Why experts are calling this weekend ‘huge’ and ‘monumental’ for BYU’s football recruiting efforts
Four four-star prospects are expected to make official campus visits to BYU this weekend, led by standout tight ends Jackson Bowers and Walker Lyons
How important is this weekend to Big 12-bound BYU’s football recruiting efforts?
A couple of experts contacted by the Deseret News recently are using words such as “huge” and “monumental” and “historic” to describe it.
It’s that big.
No fewer than four four-star recruits are making their official campus visits to BYU on Friday, a couple days before head coach Kalani Sitake begins his annual summer high school football camps.
“It is a huge weekend for BYU, because they are kind of swinging for the fences on the first pitch. They are basically going for it all right off the bat.” — 247sports.com recruiting analyst Blair Angulo
Here’s the guest list:
• Tight end Walker Lyons, a four-star prospect from Folsom, California, ranked by 247 Sports Composite as the No. 4 tight end in the country and the 79th-best recruit overall.
• Tight end Jackson Bowers, a four-star prospect from Mesa, Arizona, ranked the No. 13 tight end in the country and the fourth-best recruit in Arizona.
• Offensive lineman Ethan Thomason, a massive 6-foot-8, 315-pound man-child from Fort Collins, Colorado, who has more than a dozen offers from Power Five schools.
• Defensive end Hunter Clegg, a fast-rising pass rusher from American Fork High who is ranked as the No. 3 prospect in Utah, has no fewer than 18 offers and could produce one of those classic BYU vs. Utah recruiting battles.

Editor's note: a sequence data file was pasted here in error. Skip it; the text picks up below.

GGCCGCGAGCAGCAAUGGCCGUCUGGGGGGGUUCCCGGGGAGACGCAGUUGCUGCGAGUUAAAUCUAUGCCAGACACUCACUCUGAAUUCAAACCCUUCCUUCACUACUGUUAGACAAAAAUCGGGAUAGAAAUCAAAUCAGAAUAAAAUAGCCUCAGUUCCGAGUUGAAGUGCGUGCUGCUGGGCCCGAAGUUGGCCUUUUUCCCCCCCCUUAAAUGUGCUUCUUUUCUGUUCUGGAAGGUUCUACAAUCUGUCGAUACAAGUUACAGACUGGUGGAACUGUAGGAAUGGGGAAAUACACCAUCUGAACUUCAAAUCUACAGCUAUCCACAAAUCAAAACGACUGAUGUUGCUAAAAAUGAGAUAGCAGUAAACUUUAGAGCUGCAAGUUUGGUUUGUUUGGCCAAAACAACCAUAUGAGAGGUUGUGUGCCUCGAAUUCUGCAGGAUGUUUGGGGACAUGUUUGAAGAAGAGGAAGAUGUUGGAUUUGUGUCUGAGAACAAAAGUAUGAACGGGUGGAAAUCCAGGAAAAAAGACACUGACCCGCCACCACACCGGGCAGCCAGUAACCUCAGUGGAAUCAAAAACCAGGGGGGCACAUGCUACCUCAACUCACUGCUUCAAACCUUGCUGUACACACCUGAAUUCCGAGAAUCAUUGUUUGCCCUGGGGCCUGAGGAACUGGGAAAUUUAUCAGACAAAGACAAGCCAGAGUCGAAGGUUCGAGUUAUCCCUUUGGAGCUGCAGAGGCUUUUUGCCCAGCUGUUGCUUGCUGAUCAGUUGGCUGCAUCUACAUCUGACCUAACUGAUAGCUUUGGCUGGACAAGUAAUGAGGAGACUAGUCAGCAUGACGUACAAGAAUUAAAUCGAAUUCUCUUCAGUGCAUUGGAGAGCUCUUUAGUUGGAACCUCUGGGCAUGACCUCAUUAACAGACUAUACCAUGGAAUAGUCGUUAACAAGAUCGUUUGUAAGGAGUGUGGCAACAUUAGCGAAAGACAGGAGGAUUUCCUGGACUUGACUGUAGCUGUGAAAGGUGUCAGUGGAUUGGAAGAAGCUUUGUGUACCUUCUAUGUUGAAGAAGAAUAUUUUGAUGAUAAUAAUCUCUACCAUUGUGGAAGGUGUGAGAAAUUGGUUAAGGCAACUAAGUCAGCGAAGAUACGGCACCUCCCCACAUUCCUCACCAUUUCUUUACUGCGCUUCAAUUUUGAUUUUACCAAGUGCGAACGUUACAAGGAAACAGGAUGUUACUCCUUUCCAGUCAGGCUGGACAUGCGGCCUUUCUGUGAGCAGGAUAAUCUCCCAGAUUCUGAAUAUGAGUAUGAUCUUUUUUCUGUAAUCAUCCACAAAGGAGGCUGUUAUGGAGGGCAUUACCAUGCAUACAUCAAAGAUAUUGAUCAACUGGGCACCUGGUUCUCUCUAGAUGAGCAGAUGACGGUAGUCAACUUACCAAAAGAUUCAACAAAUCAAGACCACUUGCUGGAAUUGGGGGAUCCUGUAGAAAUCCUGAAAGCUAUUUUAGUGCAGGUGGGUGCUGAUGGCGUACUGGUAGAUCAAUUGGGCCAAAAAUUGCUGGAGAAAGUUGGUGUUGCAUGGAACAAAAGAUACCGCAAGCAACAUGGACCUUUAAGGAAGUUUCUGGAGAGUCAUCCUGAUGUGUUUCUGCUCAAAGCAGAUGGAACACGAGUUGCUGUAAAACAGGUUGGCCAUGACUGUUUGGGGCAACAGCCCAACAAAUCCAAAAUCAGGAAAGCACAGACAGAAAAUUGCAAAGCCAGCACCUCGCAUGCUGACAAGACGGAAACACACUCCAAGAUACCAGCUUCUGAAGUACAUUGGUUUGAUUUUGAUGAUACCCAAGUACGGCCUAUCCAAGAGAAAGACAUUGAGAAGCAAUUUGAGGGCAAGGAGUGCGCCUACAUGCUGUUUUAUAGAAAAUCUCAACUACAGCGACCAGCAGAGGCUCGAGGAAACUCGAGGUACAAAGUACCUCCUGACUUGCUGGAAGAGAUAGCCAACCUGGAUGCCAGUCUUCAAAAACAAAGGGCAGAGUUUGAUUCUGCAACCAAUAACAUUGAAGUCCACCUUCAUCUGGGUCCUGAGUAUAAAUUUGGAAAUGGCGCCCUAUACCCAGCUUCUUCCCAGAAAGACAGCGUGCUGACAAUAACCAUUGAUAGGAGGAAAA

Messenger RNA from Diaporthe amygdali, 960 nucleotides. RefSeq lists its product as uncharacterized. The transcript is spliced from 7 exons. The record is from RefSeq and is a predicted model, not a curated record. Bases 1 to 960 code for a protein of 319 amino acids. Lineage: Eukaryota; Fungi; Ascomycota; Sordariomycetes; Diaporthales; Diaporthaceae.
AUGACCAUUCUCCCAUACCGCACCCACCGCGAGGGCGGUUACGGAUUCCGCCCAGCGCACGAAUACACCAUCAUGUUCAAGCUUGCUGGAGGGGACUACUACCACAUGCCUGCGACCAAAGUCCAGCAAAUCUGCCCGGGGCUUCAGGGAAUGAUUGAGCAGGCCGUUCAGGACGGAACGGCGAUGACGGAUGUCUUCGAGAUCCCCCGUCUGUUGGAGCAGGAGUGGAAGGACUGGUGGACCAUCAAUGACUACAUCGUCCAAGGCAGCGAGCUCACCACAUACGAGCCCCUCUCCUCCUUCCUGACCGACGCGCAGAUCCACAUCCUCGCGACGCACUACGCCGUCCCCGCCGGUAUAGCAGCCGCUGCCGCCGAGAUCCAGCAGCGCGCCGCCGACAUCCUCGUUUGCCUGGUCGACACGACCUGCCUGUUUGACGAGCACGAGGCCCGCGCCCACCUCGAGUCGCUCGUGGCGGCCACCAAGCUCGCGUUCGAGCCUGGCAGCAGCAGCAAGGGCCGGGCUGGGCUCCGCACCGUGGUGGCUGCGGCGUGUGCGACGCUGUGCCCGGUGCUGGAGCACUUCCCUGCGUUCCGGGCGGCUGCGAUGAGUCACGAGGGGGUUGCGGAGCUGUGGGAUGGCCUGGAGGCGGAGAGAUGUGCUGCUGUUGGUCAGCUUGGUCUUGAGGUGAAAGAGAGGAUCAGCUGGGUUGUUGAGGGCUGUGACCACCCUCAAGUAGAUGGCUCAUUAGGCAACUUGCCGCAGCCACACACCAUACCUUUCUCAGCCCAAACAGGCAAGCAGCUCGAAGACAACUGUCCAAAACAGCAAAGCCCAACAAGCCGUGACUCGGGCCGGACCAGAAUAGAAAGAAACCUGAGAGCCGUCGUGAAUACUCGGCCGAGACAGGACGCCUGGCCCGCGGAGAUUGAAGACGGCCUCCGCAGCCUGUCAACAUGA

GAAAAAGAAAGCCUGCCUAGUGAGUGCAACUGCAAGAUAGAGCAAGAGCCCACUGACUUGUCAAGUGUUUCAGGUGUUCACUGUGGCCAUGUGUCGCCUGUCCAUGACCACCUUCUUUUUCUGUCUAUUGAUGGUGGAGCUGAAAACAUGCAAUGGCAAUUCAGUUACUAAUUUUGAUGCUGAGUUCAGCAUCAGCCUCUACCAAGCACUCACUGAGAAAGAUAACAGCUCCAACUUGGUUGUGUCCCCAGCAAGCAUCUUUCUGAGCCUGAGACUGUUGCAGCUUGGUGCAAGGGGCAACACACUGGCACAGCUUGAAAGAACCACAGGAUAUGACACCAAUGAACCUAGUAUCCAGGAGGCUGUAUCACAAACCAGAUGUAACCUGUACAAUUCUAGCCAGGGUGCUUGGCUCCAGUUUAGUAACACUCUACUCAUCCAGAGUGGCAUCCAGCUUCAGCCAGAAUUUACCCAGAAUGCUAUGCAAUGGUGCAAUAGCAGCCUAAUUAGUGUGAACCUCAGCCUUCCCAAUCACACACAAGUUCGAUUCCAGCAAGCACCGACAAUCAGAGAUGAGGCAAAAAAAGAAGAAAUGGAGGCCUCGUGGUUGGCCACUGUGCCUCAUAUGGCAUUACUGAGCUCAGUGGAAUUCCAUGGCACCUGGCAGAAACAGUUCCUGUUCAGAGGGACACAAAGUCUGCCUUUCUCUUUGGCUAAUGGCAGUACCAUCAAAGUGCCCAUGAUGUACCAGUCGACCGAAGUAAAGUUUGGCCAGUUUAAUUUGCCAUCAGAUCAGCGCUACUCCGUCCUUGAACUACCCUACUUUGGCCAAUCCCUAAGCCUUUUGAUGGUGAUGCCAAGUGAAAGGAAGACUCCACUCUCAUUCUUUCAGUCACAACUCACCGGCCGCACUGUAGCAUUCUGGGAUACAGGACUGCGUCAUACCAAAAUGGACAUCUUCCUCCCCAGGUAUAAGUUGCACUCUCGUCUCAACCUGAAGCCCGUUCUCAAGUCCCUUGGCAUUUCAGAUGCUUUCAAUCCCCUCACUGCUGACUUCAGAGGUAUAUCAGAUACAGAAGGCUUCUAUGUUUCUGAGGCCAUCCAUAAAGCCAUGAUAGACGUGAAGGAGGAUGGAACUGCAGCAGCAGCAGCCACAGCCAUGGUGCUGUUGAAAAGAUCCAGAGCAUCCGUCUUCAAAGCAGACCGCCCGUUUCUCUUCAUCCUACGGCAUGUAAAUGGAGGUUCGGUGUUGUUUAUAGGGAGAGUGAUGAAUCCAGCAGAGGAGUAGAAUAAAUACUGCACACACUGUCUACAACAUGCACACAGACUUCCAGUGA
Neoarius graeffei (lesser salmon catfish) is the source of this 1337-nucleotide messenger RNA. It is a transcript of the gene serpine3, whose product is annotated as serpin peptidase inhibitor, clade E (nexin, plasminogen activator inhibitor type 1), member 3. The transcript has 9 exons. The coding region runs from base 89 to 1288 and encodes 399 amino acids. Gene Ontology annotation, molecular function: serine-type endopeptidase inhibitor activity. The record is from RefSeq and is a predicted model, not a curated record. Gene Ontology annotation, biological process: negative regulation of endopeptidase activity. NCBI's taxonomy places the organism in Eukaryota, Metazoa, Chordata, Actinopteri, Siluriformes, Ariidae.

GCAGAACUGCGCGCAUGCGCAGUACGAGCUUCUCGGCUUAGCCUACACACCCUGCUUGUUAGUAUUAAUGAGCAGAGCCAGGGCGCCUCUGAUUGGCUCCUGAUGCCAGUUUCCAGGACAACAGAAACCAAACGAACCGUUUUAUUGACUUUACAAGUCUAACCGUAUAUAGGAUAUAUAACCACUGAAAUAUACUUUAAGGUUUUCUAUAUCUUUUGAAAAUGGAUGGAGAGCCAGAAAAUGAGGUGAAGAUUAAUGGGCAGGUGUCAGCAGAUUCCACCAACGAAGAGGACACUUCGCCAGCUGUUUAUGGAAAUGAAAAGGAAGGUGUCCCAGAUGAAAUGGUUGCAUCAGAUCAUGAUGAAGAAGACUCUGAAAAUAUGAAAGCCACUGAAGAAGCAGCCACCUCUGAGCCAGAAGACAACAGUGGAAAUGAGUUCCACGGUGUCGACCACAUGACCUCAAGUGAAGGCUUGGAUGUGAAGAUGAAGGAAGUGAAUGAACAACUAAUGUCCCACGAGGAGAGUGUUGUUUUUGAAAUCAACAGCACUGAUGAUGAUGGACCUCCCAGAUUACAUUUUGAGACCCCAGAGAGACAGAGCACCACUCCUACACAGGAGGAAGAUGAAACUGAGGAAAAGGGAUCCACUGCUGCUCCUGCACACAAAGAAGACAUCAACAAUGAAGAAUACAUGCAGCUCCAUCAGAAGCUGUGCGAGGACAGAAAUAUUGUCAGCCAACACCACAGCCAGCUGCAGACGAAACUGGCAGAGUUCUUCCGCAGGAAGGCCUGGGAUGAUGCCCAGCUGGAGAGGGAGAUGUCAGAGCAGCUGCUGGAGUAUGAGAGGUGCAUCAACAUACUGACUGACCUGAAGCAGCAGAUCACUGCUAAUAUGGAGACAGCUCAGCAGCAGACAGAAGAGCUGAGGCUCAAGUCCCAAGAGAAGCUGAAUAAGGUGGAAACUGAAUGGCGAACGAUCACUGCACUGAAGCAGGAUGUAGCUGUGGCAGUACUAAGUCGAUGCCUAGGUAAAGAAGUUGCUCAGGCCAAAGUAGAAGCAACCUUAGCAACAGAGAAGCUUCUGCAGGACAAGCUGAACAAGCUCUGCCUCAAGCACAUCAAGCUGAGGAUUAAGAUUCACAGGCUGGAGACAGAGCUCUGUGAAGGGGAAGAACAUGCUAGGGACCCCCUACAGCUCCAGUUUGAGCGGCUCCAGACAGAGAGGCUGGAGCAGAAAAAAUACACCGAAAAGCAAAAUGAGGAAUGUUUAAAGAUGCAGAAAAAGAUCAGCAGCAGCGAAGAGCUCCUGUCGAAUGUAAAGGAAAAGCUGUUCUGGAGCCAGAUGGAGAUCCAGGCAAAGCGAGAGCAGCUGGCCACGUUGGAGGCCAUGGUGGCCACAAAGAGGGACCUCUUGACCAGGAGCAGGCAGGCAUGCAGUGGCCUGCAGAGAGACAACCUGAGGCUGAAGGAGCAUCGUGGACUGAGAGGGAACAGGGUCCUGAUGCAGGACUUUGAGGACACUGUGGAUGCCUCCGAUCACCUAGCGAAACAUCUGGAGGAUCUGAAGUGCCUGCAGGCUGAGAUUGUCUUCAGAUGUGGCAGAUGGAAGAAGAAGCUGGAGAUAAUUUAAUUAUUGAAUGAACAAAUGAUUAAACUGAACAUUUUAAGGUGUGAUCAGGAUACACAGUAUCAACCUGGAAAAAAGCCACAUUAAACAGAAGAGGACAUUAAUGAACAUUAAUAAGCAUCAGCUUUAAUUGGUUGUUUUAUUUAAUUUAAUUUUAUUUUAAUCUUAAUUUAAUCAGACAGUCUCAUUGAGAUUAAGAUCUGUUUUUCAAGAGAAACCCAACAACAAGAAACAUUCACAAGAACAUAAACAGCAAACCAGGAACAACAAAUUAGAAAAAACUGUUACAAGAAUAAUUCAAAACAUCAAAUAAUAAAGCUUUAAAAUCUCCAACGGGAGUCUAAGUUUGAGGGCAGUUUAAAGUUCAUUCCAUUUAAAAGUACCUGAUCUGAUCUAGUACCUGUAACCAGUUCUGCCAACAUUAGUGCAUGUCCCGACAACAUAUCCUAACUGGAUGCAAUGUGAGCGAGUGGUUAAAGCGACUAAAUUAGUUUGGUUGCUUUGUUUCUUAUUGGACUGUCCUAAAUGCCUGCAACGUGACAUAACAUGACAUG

All four prospects are members of the faith that sponsors BYU, The Church of Jesus Christ of Latter-day Saints.
Said Blair Angulo, 247Sports.com West Region College Football Recruiting Analyst: “It is a huge weekend for BYU, because they are kind of swinging for the fences on the first pitch. They are basically going for it all right off the bat. It is really critical for them to make a huge first impression because all these guys are supposed to take official visits to a lot of other big-time places after this.”
Casey Lundquist, who writes extensively on BYU football for Cougs Daily on the Sports Illustrated online network, said he can’t remember the last time BYU had four four-star recruits on its campus at one time who were all seriously considering BYU.
“A lot of these guys are taking their official visits in June because they hope to make their college decision before their senior high school football season,” Lundquist told ESPN 960 radio. “So it is a really important two or three months here for BYU. They have been recruiting these four-star recruits for, in some cases, two, three and even four years.
“I think when it is all said and done, BYU will land its fair share of four-star recruits in this class,” Lundquist concluded.
BYU currently does not have a full-time recruiting coordinator, because Jasen Ah You left the position last month to become assistant athletic director for football academics. But the Cougars will have plenty of staffers and players on hand this weekend to show the recruits around campus and Provo, although all four have been to BYU multiple times, according to Lundquist and Jeff Hansen of Cougar Sports Insider.